Quote Message: The more ways people can do it, the better. The way people vote isn't the important issue, it's that they vote." from Tony Moretta
    Tony Moretta

    In the 2014 General Election of those age 65 and over, 71% voted, compared to 28% of islanders aged 16-34.

  4. Alderney a 'plastic free community' says UK charity

    Rob England

    BBC News Online

    Alderney has become the second "plastic free community" as approved by UK charity Surfers Against Sewage, according Wildlife Trust.

    The group said it had worked with islanders and local businesses to reduce "unnecessary plastic" such as straws, cutlery, cups, water bottles and sachets.

    A spokesman said their techniques included "swapping plastic straws for paper" and only giving customers one use items that asked for them.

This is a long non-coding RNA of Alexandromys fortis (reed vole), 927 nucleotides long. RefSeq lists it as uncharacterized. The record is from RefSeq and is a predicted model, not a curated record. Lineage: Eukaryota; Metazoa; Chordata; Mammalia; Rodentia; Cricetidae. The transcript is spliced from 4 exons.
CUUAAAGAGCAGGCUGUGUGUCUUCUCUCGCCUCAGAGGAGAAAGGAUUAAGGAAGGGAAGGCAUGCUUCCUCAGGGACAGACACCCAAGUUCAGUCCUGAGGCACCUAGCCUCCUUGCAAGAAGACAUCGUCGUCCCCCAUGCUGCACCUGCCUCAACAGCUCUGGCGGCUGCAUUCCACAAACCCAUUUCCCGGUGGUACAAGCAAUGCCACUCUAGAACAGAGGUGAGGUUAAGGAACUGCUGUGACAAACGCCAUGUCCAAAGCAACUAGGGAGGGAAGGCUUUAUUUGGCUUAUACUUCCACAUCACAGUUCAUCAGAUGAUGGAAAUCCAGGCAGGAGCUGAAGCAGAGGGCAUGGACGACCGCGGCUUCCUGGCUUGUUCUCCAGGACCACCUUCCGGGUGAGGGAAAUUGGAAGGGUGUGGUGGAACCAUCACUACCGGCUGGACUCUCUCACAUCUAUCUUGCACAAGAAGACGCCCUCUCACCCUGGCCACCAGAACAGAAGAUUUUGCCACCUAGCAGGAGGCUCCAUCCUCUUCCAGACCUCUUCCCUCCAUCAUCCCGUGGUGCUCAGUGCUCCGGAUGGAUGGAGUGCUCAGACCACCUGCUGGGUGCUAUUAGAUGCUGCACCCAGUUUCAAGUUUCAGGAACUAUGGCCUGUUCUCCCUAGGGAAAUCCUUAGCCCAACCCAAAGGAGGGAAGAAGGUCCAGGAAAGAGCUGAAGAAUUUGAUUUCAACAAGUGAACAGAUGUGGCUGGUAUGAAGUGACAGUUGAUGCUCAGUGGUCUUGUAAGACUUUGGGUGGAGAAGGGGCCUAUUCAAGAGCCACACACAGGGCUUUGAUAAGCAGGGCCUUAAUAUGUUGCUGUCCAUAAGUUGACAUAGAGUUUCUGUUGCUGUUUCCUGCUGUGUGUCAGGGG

Children also took part in the island's efforts to cut down on plastic, with students from St Anne's school taking part in beach cleans, according to the trust.

    The trust is holding further meetings to tackle plastic pollution on Thursday at 15:00 at their offices.

    Quote Message: We are so proud of the community in Alderney for getting behind this project to work to reduce - and one day hopefully eliminate - single use plastics." from Claire Thorpe Alderney Wildlife Trust
    Claire ThorpeAlderney Wildlife Trust
  5. Weather: Breezier, with spells of rain

    BBC Weather

    It will become breezier during the evening with spells of rain arriving from the west.

    The rain should largely clear during the second part of the night, with clear spells and scattered showers following.

    Minimum temperature: 8C (46F).


    Tomorrow it will become windy with mainly cloudy skies and occasional showers.

    Some heavy and blustery showers are expected for a time late afternoon before clearing early evening.

  6. Talks 'break down' over Guernsey civil servants' pay

    BBC Radio Guernsey

    Talks have broken down between the States of Guernsey and the Prospect union in discussions over civil servants' pay, the union says.